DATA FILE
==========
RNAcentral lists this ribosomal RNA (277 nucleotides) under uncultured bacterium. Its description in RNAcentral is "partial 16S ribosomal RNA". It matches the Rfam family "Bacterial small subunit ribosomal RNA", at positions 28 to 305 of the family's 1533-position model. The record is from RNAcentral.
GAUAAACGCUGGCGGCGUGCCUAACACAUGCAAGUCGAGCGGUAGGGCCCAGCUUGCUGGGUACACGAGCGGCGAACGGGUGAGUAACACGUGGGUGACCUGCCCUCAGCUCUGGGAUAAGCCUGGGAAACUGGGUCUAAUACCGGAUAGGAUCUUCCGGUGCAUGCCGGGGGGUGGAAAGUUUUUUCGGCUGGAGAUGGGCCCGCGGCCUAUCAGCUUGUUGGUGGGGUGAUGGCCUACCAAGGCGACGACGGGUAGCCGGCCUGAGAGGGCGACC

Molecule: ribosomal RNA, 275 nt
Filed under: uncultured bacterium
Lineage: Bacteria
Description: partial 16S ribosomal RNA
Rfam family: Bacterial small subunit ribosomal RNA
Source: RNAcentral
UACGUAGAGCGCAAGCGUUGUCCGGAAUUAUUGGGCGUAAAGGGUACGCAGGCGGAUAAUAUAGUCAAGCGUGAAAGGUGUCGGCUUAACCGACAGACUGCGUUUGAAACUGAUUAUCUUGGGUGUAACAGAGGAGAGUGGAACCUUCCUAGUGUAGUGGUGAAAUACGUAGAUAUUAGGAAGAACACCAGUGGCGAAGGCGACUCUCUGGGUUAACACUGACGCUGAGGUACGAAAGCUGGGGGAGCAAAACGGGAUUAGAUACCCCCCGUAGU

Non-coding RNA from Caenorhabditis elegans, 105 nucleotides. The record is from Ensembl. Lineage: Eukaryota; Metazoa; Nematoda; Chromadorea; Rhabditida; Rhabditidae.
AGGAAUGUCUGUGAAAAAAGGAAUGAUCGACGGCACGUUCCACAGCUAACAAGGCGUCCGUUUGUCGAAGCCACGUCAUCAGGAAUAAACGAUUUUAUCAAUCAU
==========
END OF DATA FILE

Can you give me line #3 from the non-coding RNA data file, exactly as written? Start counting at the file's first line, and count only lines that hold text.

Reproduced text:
Molecule: ribosomal RNA, 275 nt